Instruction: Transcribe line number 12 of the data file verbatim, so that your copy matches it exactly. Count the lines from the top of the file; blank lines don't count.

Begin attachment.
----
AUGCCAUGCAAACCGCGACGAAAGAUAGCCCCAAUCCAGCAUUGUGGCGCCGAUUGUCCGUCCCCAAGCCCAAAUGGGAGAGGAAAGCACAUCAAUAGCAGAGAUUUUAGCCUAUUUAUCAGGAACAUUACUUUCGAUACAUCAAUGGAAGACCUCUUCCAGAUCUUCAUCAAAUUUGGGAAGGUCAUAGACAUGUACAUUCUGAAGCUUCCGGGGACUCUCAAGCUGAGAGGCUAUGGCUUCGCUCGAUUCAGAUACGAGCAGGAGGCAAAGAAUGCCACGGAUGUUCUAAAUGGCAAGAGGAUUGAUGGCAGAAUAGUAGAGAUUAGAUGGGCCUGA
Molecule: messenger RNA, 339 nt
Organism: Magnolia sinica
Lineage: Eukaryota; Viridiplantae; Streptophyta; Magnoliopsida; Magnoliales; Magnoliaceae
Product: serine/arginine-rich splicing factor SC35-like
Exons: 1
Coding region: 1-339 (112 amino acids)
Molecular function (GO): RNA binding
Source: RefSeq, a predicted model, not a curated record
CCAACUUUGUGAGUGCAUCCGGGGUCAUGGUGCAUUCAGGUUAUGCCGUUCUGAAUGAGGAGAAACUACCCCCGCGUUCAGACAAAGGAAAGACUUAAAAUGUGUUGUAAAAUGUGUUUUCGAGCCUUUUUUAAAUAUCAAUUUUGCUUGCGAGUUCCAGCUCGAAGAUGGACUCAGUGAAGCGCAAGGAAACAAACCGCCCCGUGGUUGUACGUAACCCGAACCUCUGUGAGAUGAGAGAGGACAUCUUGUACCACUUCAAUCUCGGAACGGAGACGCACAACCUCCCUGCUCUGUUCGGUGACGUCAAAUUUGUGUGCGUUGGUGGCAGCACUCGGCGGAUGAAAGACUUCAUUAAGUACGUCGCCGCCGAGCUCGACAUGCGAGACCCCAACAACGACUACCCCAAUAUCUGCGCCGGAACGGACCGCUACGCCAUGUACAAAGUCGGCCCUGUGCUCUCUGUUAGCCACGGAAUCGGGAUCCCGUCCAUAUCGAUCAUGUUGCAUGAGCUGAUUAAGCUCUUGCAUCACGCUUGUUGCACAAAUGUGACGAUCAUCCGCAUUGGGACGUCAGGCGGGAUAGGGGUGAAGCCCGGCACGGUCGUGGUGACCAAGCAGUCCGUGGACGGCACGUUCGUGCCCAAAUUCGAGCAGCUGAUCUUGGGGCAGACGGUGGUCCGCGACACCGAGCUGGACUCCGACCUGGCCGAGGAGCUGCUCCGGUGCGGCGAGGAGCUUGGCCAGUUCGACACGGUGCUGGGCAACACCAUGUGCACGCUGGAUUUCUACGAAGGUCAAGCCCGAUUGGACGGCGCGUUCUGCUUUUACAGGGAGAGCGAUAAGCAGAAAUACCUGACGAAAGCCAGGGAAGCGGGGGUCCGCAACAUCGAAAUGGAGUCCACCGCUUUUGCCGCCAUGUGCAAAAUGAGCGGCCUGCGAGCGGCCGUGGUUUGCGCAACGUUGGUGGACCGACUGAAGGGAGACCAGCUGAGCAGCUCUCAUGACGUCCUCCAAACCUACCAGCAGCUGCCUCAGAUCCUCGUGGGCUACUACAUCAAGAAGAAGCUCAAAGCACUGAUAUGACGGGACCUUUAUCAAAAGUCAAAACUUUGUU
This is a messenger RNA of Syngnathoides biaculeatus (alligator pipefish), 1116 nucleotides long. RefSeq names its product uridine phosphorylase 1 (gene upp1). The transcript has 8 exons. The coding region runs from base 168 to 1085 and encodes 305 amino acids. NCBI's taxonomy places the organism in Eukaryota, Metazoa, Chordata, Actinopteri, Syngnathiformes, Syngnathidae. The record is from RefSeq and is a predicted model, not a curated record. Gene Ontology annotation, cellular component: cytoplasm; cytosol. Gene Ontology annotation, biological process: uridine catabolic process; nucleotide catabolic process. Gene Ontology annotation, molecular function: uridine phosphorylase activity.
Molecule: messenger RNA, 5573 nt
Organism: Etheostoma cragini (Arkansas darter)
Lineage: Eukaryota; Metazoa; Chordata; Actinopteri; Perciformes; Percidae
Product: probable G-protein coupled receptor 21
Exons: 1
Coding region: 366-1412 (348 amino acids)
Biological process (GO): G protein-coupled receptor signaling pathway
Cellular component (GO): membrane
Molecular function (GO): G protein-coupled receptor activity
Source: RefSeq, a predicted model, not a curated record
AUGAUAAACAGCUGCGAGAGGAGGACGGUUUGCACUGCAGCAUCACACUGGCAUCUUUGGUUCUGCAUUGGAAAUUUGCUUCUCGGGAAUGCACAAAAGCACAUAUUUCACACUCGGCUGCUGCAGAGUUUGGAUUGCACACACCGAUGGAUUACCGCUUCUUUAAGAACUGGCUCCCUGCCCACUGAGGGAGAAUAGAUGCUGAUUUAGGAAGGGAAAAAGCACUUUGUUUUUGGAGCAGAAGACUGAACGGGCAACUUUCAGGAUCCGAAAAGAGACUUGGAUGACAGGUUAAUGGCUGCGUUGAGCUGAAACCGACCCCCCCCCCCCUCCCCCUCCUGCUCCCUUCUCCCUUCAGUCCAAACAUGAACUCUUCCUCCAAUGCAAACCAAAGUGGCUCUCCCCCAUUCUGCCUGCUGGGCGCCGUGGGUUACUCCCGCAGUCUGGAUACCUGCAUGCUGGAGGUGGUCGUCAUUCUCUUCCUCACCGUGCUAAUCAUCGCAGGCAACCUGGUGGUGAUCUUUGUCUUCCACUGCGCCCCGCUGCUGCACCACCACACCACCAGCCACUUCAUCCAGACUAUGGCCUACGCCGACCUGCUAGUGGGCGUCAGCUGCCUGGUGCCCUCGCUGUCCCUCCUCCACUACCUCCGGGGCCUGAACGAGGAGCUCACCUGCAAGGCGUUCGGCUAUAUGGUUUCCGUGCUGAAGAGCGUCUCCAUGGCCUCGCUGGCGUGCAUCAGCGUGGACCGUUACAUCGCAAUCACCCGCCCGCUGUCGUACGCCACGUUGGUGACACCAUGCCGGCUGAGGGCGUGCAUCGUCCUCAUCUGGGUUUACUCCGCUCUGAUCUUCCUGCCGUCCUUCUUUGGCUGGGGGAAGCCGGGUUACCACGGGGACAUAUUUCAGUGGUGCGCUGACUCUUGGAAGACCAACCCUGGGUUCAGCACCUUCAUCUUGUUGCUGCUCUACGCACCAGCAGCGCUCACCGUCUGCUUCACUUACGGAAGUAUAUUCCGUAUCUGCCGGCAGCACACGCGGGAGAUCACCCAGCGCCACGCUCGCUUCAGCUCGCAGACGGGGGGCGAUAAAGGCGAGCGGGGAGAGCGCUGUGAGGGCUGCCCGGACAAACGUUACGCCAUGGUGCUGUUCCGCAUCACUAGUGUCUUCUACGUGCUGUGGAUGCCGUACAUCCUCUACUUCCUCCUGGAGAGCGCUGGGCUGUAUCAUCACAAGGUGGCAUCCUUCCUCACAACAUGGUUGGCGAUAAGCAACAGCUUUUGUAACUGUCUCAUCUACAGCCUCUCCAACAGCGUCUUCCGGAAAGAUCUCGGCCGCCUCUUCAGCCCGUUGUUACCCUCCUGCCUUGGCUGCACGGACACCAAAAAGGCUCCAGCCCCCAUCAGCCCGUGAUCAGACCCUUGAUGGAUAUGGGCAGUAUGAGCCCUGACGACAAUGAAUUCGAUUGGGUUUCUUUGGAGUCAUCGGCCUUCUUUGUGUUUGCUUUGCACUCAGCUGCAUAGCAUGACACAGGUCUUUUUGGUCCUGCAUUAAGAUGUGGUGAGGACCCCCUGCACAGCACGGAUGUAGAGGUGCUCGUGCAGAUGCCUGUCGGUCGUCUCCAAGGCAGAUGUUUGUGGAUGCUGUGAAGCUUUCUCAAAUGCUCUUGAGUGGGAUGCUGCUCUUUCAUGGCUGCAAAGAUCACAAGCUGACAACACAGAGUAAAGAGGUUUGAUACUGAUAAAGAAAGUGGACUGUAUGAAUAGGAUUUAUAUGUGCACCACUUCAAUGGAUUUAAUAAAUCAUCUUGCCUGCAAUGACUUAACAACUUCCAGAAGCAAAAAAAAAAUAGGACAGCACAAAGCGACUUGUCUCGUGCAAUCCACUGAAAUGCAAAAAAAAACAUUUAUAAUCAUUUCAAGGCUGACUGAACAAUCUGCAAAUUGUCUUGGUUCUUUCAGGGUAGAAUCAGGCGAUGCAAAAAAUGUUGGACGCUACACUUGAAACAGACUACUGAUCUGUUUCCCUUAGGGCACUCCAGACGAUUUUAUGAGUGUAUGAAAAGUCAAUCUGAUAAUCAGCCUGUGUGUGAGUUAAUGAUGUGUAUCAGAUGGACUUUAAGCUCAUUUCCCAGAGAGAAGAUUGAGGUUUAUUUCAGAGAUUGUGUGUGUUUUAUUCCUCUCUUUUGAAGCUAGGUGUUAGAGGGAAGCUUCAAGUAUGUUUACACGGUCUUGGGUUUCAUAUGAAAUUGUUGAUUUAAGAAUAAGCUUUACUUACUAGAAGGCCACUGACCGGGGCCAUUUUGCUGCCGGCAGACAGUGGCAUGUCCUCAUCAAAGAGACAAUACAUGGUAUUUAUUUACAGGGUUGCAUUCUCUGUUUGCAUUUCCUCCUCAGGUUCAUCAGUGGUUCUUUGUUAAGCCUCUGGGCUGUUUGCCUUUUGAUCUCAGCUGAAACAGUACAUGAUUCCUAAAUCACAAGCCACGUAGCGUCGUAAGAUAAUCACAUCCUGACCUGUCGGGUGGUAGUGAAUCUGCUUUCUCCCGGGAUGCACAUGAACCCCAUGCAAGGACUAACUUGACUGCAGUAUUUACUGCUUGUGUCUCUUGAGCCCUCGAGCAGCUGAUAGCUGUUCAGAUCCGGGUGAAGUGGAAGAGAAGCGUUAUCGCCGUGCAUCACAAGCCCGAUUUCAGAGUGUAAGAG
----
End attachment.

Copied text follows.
Molecule: messenger RNA, 5573 nt